Somewhat mysteriously announced and completed with what can be perceived as a complete spectacle, the artist residency Seth conducted in Rome does not disappoint. On the contrary, the glory of the once lively factory of Mira Lanza, one of the most exciting industrial archaeology sites in Rome is restored in an unexpected way. The factory opened in the distant 1899 was redone in 1999 but not in its entirety. The site of Teatro India was consequently abandoned and set on fire, leaving a vast structured space of decay and debris, seemingly beyond help of anyone. Only Stefano Antonelli, the street art curator and the man behind the 999Foundation, saw the potential in this unappealing place.
Vandalizing the Ruin
In a conspicuously complicated action, Antonelli coordinated an art project, thus expressing the civil disobedience, but also the concern for the urban environment. He invited the acclaimed street artist Julien Malland aka Seth of the Etam Cru to breathe the life back into the fallen walls and the cracks of Teatro India. This top secret art endeavor lasted two months, engaging both Seth and Antonelli, as they practically lived in the space.
It is not right to call this action an act of vandalism, because it reaches far beyond the commonly understood meaning of the word. If a site is completely rejected by the community, how can it be the subject of vandalism? Is the discarded still relevant? Seth made sure that Teatro India becomes a place once again, while the entire site of the former factory is now seen as the Ex Mira Lanza Museum.
The state vandalizes public properties abandoning them, then we decided to de≠vandalize the property re≠vandalising it – Stefano Antonelli, curator
The Poetic of the Abandoned
Contemplating the art project, Seth has chosen a particular name of this comprehensive site-specific installation. “Range ta chambre” – or “Clean up your room” is the concept familiar to everyone with overly keen mothers, who often remind their daydreaming kids of the reality, but then delve into the unpleasant cleaning job themselves. Similarly, Seth embarked on a challenge to clean up and enliven the space and bring back in that, which was once present at Mira Lanza in abundance – the life. Extracting the soul of the factory, of the people who once inhabited these walls and courtyards, of the workers and the supervisors, the artist applied his fanciful poetic, describing the imagined characters in a recognizable manner. In the desire to paint the abandoned part attached [there], the Etam Cru member populated the Teatro with his pensive, innocent characters, touching particular moments in the history of the space – the people, the burned library. Still, Seth does not escape the present in its entirety, as his works openly refer to the global issues we all are affected by – the refugee crisis in Lampedusa and Europe in general, the Syrian war, the Brexit… A unique inspiration can be found behind each wall, behind each of the rainbow-colored installations and read through their universal titles. Largely dealing with the past, Seth’s characters do keep their heads in the clouds quite literally, with turned backs and tangible melancholy. Still, they do open their vision to various portals, which we might interpret as the windows to the future.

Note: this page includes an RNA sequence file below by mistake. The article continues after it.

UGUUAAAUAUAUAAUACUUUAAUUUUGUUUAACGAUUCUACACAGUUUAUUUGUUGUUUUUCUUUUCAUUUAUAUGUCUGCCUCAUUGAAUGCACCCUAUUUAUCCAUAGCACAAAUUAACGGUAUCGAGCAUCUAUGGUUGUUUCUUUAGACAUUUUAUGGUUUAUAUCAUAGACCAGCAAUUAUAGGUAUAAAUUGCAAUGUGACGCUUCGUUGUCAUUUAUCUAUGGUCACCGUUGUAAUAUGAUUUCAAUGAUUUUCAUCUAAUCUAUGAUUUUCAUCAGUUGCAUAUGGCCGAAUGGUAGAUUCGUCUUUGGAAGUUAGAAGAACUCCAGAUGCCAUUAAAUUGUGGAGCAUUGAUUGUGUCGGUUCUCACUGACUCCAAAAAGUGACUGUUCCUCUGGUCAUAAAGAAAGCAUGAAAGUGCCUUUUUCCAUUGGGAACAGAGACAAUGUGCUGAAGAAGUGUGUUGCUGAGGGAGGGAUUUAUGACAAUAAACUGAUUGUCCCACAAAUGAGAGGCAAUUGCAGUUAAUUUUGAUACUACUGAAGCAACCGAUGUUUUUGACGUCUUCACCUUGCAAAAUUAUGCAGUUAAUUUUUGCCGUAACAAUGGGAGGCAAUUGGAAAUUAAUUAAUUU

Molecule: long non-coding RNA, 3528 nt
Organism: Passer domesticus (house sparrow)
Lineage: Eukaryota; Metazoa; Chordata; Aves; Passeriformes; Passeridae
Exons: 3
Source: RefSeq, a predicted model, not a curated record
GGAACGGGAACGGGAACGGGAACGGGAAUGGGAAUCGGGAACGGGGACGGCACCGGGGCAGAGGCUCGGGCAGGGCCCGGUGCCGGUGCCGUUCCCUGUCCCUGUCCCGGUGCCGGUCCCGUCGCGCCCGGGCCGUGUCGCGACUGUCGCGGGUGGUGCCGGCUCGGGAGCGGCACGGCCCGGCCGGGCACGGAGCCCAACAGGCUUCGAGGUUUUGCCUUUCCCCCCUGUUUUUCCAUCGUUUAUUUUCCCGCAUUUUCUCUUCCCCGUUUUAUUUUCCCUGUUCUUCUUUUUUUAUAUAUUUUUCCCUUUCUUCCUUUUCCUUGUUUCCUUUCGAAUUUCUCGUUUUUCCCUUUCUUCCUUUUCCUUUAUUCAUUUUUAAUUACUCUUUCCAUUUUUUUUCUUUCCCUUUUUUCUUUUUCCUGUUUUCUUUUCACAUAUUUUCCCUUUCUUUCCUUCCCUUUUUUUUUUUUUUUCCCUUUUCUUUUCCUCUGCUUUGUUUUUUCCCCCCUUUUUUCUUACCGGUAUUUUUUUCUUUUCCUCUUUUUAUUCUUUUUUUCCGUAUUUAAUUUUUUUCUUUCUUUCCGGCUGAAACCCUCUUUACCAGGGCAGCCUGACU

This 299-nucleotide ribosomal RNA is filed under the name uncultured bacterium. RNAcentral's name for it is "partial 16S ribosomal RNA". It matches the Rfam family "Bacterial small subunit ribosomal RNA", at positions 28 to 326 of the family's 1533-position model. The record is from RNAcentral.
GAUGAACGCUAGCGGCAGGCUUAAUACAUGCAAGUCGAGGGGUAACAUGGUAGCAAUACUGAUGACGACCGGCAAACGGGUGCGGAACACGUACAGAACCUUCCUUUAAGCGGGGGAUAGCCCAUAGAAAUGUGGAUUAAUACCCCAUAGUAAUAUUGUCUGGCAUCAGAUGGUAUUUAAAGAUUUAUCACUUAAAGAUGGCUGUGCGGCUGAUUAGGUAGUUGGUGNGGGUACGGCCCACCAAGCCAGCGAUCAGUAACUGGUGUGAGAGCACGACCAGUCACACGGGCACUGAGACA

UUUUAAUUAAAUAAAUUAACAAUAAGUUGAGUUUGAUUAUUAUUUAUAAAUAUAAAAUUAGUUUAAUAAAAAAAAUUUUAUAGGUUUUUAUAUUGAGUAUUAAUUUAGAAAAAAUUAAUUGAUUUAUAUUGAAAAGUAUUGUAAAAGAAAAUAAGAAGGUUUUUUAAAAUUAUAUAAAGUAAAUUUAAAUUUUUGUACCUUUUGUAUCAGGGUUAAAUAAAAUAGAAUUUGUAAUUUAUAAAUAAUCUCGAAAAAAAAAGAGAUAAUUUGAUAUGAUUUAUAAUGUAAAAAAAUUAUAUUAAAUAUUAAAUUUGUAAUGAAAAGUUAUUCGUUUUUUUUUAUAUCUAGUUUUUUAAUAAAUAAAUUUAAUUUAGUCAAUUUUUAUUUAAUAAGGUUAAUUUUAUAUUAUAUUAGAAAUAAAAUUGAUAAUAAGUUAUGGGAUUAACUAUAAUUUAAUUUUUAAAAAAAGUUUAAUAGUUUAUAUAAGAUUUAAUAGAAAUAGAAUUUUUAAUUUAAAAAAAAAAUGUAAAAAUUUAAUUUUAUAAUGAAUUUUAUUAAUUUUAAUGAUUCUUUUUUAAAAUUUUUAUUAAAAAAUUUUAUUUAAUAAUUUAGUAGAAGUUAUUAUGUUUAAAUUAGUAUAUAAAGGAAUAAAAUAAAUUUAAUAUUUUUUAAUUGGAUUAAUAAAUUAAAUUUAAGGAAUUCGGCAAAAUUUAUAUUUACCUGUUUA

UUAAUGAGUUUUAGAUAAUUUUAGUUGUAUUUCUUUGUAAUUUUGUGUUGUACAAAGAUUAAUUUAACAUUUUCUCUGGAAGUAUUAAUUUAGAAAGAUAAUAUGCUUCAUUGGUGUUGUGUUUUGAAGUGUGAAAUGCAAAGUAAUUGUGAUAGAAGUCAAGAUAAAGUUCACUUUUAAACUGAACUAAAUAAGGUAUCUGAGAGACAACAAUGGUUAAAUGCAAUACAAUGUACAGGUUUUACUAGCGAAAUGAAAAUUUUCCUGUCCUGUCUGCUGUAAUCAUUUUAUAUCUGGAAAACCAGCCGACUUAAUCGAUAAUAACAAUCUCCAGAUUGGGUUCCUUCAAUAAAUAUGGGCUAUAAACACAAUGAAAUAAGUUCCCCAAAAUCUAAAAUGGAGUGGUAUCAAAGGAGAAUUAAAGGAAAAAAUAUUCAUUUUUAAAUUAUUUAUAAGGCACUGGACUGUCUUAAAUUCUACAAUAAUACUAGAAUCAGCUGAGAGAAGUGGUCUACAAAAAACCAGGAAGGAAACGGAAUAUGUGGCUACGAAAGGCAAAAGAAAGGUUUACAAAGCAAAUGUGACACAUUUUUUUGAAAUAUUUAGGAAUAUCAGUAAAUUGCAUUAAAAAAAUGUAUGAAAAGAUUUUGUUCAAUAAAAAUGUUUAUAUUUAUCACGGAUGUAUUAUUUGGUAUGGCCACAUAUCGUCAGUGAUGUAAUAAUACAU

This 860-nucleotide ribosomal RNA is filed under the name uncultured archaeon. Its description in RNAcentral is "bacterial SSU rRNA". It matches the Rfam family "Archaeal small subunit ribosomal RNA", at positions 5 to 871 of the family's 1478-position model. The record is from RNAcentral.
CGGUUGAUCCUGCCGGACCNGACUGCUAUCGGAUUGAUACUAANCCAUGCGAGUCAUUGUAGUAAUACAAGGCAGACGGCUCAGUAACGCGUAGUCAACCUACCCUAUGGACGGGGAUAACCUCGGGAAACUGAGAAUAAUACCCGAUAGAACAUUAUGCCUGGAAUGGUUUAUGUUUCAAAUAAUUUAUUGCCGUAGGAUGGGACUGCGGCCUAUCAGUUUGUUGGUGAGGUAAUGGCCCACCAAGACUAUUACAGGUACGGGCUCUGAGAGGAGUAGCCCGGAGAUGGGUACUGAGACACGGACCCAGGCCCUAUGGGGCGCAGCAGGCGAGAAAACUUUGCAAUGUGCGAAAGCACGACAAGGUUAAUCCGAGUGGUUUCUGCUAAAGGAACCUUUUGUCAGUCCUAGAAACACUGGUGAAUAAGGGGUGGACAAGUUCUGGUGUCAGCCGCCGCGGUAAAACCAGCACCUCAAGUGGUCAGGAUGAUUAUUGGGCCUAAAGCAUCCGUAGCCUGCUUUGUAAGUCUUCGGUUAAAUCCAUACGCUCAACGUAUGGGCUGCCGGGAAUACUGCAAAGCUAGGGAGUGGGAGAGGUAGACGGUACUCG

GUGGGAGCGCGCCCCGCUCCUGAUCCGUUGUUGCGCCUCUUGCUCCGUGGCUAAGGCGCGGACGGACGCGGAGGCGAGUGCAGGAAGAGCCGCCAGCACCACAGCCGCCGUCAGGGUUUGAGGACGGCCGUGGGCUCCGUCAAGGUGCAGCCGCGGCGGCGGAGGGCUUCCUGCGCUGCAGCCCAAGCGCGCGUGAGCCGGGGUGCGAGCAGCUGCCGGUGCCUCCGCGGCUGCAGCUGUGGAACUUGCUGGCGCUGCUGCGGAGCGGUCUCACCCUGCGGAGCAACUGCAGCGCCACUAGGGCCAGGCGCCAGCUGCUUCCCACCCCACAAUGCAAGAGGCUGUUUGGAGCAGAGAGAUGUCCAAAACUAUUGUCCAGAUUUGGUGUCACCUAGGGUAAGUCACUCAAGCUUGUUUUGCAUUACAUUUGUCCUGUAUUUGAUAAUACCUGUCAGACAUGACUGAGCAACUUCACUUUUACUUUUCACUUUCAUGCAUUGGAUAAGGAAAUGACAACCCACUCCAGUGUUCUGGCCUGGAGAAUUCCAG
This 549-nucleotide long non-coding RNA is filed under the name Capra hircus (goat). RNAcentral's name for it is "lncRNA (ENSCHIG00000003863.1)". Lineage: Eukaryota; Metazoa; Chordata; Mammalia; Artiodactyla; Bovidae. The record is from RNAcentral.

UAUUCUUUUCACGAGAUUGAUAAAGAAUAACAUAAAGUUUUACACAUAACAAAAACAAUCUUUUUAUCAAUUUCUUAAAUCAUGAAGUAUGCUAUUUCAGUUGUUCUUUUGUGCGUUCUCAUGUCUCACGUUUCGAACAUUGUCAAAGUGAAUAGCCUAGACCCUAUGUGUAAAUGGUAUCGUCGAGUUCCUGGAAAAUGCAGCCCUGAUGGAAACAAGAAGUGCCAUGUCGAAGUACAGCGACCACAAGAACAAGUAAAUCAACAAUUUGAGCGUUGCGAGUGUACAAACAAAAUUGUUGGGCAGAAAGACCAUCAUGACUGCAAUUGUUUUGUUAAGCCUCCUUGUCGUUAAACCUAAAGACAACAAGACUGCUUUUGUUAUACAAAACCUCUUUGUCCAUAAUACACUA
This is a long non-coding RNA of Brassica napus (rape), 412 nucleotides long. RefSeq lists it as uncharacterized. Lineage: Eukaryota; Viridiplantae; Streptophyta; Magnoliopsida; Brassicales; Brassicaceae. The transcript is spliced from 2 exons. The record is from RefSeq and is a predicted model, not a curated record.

[Street] Art That Changes The World
For all of those who wish to visit the Teatro India and walk down the memory lane with Seth’s lost children, it won’t be as if walking into a regular art gallery. You will need hiking boots, sporty clothes and the readiness to get a bit dirty. The entrance is possible through a wall gap at Via Amedeo Avogadro, but do not expect a gift shop or a welcome of any kind. The very act of visit is meant to be an act of civil disobedience, a statement against urban neglect and a support to revitalization of the existing segments of the city environment. For the squeamish ones and the rule-lovers, the visit still may be worth it, since such a collection of the in situ artwork by Seth is singular and only existing in this space. So, do dare, head to Ostiense and enter another world without changing dimensions.
Finally, the message of this vast artistic memento is clear, positive, dedicated to the Roman community and beyond. It is the hope and the determination to make a better future, especially by the means of art in what will now be called the Ex Mira Lanza Museum.